Unusual Mark - made in Cechoslovakia

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Jules Hunkovic

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Oct 5, 1997, 3:00:00 AM10/5/97
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That "V" over the letter is called a "Mekchen"......(I don't
remember the correct spelling).....This imparts a "CH" sound over the
letter over which it is positioned. So Cekoslovakia with the "V" over
the C is prononounced "Chekoslovakia".
(Umlaut, like what the PC keyboard calls the "tilde"..is
German....and I never could pronounce a word correctly that used the
Umlaut).
This mark over the"C" should help in the "dating" of the piece.....I
don't think it has been used in the past 40 years.
As for the Logo......the mark you describe may further identify
where it was made, but I just can't get my hands on the right
reference book right now. In some of the "older pieces"....the name
of the "town" that the piece was produced in will appear.

Regards, Jules (An Old Slovak)

Jules Hunkovic

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Oct 6, 1997, 3:00:00 AM10/6/97
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Patricia V. Lehman

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Oct 6, 1997, 3:00:00 AM10/6/97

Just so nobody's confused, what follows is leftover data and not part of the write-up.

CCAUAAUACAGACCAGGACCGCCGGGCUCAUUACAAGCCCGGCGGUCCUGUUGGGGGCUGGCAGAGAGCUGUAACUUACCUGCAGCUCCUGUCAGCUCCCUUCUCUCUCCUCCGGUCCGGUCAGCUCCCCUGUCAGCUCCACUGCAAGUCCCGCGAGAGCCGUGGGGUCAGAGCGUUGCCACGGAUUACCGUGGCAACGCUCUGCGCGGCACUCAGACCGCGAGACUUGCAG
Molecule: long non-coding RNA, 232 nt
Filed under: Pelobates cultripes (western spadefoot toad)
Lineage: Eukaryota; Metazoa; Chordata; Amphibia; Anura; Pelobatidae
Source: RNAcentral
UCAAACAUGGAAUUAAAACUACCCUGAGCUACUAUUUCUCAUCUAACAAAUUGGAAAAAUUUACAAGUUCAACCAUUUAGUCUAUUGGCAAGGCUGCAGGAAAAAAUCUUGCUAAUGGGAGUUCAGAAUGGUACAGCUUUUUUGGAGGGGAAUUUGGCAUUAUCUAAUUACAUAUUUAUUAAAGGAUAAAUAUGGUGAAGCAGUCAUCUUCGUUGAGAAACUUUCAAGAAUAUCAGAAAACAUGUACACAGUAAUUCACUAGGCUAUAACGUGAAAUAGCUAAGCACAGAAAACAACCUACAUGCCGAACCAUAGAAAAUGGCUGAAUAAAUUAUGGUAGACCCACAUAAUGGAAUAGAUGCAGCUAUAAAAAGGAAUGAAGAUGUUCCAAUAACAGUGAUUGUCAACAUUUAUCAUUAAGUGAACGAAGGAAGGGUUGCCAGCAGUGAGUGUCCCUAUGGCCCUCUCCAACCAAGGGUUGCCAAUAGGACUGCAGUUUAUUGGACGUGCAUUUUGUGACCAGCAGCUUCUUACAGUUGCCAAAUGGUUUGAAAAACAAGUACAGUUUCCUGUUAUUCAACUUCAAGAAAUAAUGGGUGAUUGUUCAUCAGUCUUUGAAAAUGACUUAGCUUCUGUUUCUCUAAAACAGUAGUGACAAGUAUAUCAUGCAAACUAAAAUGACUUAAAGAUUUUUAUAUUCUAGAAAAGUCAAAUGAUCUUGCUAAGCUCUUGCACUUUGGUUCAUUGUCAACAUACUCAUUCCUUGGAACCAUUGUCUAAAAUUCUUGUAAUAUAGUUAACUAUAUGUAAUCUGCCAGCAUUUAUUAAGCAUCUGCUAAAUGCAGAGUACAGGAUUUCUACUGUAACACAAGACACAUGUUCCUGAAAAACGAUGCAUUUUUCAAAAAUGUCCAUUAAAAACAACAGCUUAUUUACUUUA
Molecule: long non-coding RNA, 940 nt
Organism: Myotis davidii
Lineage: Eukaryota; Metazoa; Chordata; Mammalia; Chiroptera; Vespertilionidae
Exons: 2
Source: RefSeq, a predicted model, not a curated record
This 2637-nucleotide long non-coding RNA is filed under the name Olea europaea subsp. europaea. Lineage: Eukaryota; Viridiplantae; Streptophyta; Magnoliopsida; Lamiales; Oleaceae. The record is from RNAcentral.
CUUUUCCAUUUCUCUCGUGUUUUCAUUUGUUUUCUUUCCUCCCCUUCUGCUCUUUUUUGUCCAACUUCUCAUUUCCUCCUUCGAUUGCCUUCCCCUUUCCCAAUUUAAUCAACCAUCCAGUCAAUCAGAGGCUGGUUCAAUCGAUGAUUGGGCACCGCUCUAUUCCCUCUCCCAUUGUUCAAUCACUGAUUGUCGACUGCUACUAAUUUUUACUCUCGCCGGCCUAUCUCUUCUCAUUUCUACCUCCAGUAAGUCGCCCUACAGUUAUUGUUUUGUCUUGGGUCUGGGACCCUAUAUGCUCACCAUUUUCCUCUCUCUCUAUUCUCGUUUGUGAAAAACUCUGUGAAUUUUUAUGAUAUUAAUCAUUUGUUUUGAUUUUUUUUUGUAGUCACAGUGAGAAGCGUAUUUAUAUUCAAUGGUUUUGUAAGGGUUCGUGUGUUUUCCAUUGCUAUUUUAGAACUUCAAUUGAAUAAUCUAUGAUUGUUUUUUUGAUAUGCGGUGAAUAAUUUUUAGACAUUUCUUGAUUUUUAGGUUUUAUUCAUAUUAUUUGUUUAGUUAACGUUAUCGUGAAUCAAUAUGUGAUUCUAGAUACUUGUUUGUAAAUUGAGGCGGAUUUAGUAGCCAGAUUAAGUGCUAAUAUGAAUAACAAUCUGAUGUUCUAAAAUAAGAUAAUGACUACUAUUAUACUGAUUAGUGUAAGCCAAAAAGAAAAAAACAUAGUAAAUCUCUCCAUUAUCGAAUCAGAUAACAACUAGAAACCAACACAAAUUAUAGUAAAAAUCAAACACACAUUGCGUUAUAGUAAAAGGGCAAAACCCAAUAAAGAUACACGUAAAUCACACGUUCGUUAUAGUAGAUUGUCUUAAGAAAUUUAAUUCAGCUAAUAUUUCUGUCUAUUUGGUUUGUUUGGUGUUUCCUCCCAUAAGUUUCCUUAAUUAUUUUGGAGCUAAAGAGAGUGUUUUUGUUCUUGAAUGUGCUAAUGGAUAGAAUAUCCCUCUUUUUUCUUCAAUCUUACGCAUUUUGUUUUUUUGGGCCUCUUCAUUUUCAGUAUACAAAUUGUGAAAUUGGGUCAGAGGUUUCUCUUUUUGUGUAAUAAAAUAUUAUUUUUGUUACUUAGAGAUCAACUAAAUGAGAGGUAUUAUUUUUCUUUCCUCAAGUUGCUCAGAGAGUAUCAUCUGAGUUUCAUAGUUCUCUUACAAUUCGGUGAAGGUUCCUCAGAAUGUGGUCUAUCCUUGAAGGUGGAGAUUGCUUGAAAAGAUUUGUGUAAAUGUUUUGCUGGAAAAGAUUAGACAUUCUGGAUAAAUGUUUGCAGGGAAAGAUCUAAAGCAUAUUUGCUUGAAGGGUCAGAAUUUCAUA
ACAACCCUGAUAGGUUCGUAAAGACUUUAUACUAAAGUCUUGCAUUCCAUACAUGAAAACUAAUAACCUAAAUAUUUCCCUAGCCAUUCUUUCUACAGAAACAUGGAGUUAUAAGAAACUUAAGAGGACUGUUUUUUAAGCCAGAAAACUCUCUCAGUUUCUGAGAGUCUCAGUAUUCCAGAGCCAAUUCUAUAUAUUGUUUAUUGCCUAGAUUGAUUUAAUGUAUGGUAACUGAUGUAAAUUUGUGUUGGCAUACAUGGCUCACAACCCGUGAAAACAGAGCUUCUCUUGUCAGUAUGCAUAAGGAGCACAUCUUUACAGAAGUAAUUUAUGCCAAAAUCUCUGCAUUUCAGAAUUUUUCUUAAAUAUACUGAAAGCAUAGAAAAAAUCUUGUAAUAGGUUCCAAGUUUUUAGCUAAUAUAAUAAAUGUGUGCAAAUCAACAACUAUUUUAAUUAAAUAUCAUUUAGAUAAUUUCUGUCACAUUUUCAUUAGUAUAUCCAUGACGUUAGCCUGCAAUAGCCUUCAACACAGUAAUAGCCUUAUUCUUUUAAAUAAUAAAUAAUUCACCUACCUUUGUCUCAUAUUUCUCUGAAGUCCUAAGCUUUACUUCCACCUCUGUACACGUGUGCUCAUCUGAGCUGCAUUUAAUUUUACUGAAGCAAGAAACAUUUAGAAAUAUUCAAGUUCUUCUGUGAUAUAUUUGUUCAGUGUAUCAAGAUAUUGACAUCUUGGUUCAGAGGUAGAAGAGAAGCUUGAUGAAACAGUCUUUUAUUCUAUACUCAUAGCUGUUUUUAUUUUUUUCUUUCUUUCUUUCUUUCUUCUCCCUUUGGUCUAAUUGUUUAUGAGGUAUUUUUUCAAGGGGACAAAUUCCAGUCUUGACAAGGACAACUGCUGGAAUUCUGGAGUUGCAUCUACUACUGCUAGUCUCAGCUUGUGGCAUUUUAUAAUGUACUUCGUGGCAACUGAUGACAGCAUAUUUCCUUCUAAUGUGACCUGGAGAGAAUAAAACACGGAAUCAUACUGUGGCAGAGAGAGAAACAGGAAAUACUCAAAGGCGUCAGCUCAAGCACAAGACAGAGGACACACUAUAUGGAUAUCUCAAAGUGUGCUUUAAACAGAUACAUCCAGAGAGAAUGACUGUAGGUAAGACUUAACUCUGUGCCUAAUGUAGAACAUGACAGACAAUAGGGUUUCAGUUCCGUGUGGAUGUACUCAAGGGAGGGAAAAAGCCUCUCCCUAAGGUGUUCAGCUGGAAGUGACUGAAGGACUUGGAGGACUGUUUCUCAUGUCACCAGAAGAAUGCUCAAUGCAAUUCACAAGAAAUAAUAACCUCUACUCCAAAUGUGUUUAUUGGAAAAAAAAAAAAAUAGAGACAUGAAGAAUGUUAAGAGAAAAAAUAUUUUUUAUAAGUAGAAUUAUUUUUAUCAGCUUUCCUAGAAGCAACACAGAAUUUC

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Joanne wrote:
>
> I have a handled mug, peach luster in color, with an unusual mark on
> the bottom. It reads "Made in Cechoslovakia" without the z, and there
> is a mark over the C that looks like either a tiny V or an umlaut (I
> think that's what this ~ is called). Does anyone know anything about
> this mark? There is also a logo of a stylized two-handled sugar bowl
> type shape with the letters RK over G inside and a crown above it.
>
> Thanks for any help!
>
> Joanne

I'lll have to leave it up to antiques experts to tell you when objects
were marked that way, but I can tell you it's called a "hacek" (with the
hat over the "c" and pronounced "hacheck".) It is used to show that a "c"
is pronounced as "ch" and an "s" as "sh." Sometimes linguists just call
it the "hat."

This is a standard diacritical mark used in the Czech and other
languages. American typography doesn't usually have it, so we get around
it by spelling things other ways. (The name Fisher was originally Fiser
with a hacek over the "s".)

Tish Lehman (p...@umich.edu)
(frustrated at her inability to use appropriate diacritics in e-mail.)

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